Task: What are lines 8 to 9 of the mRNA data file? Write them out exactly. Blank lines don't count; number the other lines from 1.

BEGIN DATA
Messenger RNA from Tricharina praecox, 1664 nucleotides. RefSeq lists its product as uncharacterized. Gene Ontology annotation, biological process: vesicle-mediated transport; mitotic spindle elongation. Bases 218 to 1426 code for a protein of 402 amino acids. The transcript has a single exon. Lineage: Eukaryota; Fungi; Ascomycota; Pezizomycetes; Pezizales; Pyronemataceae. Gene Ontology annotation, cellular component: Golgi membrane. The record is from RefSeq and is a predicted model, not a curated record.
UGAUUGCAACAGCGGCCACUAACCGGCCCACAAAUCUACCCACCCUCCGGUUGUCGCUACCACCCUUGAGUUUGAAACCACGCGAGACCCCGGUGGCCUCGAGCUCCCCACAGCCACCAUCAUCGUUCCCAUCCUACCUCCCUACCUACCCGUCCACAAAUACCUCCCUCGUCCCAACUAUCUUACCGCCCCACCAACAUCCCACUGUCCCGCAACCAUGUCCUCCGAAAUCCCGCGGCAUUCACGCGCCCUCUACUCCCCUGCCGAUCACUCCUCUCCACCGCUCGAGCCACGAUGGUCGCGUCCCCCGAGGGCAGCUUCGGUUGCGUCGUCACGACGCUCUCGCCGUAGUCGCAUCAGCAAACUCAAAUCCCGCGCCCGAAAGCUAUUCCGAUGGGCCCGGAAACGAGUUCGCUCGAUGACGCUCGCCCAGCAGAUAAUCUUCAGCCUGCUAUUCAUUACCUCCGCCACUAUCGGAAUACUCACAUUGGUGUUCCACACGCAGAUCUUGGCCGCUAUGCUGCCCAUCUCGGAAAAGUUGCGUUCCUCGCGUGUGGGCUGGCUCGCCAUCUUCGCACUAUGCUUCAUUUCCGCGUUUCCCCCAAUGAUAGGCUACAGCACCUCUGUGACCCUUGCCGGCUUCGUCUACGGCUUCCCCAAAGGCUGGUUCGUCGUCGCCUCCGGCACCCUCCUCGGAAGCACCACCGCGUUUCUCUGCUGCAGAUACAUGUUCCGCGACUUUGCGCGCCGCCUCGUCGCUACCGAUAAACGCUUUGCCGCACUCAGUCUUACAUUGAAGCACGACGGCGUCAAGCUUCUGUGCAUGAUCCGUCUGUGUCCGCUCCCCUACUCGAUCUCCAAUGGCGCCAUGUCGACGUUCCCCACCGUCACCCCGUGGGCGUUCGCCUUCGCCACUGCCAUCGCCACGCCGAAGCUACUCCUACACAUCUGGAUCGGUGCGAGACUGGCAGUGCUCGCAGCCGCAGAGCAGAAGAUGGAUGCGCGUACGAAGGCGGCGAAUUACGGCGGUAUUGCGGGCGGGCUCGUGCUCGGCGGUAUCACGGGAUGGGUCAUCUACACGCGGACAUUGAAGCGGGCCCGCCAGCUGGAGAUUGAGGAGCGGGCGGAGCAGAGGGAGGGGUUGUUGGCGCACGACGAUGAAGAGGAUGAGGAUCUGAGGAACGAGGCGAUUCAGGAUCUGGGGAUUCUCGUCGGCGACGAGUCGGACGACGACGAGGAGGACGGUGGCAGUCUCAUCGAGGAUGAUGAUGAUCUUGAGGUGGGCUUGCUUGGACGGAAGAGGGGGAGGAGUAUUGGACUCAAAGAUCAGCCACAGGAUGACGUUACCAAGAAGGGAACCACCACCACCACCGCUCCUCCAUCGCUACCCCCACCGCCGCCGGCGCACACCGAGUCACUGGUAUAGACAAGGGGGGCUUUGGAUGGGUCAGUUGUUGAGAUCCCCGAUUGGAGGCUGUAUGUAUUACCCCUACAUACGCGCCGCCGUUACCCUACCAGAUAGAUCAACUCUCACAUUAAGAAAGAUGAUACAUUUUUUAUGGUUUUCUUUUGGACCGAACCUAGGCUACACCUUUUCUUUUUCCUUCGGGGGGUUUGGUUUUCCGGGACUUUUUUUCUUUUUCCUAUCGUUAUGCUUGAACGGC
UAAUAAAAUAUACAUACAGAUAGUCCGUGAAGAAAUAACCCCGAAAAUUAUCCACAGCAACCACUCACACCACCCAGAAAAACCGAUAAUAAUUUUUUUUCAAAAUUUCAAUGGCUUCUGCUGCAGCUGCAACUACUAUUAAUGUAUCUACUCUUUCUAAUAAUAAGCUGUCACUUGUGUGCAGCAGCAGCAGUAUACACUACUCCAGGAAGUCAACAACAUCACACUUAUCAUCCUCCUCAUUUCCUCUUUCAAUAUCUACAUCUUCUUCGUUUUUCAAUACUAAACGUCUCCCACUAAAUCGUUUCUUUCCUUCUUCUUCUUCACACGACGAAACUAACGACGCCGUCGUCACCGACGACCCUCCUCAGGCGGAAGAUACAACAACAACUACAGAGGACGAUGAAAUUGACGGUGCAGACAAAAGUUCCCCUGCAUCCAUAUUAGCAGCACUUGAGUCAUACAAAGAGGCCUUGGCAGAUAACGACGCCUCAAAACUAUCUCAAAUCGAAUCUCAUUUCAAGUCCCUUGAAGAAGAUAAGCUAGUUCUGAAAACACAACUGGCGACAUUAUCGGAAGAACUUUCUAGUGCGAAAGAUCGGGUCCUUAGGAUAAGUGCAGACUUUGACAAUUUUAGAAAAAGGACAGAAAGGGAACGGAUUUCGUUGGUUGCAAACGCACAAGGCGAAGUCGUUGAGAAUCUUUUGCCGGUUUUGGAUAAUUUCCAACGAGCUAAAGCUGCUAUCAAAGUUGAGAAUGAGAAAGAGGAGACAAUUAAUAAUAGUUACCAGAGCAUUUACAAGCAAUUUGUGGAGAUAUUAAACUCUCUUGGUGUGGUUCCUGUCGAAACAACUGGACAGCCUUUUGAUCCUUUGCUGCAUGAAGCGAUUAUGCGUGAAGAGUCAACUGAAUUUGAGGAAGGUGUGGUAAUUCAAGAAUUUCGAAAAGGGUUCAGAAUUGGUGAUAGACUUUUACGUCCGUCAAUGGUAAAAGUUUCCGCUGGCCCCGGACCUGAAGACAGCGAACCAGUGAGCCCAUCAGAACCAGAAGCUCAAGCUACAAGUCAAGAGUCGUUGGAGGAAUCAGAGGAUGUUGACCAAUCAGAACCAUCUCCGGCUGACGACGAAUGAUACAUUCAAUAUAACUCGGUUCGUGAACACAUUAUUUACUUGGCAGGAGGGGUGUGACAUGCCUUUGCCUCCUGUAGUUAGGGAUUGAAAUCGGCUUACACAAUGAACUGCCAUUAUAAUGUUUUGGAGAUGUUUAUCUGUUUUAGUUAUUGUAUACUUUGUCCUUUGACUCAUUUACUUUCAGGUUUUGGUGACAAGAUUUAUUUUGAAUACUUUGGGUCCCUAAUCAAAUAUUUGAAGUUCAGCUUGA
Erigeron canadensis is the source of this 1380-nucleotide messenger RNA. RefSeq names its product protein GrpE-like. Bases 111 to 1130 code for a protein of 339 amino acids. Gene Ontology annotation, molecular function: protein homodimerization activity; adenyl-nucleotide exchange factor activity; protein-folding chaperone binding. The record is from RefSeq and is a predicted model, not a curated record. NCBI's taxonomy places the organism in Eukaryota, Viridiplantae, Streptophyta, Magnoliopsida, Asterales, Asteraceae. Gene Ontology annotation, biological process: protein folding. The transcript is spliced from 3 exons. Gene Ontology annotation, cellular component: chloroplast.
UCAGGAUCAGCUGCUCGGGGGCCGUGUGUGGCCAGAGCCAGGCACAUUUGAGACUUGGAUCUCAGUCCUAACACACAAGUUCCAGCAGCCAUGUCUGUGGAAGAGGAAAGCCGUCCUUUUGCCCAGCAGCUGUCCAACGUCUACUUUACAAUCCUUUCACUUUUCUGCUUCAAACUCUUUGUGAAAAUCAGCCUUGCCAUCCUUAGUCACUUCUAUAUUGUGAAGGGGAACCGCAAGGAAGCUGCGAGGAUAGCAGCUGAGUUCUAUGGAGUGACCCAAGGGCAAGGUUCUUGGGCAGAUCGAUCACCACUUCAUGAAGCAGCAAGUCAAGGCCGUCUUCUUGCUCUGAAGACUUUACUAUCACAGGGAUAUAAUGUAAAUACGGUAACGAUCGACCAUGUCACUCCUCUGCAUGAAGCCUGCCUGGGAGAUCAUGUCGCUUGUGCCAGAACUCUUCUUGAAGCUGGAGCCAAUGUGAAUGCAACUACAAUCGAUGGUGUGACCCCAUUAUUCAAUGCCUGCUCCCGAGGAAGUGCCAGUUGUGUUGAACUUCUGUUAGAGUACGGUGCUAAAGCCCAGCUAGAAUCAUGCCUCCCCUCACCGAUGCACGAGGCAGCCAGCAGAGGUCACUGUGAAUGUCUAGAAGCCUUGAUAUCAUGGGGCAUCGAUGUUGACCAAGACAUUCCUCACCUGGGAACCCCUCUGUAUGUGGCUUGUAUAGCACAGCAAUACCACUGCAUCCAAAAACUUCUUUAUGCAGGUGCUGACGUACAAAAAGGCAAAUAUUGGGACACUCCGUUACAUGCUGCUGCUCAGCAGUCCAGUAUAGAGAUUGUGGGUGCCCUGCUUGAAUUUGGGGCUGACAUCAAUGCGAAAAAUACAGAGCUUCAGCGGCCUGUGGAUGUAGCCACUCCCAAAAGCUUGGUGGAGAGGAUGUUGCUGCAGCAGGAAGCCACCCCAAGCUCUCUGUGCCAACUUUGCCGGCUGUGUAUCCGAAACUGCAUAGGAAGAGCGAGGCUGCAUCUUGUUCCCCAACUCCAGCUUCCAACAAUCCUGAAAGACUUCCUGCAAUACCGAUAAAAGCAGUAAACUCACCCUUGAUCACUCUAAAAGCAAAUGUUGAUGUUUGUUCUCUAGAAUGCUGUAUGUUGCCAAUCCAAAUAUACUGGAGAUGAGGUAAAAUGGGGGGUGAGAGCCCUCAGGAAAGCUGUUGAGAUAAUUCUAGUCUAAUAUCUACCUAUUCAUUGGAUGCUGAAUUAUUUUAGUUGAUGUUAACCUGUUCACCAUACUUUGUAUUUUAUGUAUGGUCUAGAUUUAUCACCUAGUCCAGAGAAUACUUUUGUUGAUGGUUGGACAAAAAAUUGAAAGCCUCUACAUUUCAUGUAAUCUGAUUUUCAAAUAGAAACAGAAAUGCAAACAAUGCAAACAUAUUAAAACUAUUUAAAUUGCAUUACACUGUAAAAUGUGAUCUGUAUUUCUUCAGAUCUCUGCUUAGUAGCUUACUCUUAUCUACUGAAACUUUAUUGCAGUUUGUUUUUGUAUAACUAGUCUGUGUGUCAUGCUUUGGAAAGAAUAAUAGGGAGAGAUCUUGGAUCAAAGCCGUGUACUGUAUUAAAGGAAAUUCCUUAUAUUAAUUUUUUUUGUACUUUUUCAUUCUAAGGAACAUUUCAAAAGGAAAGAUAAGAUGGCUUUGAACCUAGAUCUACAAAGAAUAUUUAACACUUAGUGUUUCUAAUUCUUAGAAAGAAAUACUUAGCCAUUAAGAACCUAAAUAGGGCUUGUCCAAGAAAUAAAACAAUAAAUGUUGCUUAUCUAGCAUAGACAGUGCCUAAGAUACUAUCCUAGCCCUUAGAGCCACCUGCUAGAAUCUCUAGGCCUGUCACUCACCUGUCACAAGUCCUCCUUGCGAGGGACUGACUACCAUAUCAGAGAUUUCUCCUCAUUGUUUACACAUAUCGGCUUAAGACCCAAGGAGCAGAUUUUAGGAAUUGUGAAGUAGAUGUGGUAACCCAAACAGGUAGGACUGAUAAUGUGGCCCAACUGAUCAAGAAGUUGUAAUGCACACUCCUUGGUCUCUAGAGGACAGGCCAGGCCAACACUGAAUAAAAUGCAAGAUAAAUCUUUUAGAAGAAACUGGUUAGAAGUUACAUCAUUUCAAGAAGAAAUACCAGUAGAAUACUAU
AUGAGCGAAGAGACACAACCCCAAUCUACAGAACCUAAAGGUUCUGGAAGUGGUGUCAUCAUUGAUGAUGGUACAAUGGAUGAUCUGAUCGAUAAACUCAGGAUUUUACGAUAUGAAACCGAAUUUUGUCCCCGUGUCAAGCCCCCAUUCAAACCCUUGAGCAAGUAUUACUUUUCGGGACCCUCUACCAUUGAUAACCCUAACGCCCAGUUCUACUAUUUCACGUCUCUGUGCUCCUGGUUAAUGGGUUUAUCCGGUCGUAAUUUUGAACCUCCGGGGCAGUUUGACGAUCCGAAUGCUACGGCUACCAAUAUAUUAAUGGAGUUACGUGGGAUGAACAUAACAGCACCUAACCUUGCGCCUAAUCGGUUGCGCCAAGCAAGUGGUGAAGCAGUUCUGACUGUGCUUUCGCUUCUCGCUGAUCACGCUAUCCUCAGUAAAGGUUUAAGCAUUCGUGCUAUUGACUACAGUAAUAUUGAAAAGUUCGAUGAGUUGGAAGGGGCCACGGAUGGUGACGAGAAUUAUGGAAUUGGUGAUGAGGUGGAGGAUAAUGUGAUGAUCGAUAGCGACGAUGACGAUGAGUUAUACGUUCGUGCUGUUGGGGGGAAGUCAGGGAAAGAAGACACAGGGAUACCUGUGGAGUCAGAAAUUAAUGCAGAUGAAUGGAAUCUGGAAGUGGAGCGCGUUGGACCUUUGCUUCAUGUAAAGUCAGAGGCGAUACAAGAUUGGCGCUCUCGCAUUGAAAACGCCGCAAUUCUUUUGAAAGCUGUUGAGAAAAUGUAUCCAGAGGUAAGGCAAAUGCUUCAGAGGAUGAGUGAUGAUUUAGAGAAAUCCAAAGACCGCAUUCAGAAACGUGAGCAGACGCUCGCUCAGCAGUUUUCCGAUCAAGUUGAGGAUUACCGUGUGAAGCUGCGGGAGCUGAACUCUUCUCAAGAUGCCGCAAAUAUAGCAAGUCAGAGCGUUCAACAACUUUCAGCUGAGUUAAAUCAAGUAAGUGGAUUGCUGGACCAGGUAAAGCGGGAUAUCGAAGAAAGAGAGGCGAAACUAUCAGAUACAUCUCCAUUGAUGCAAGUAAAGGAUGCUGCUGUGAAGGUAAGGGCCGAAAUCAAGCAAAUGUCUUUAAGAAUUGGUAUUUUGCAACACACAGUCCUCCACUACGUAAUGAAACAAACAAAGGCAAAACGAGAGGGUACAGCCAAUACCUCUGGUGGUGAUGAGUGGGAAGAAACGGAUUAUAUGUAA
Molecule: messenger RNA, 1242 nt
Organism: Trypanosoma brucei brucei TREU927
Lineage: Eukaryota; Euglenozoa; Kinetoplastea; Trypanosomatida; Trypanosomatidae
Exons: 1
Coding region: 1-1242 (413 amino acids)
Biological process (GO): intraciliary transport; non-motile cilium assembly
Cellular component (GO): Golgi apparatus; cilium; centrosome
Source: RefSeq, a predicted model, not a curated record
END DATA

Organism: Trypanosoma brucei brucei TREU927
Lineage: Eukaryota; Euglenozoa; Kinetoplastea; Trypanosomatida; Trypanosomatidae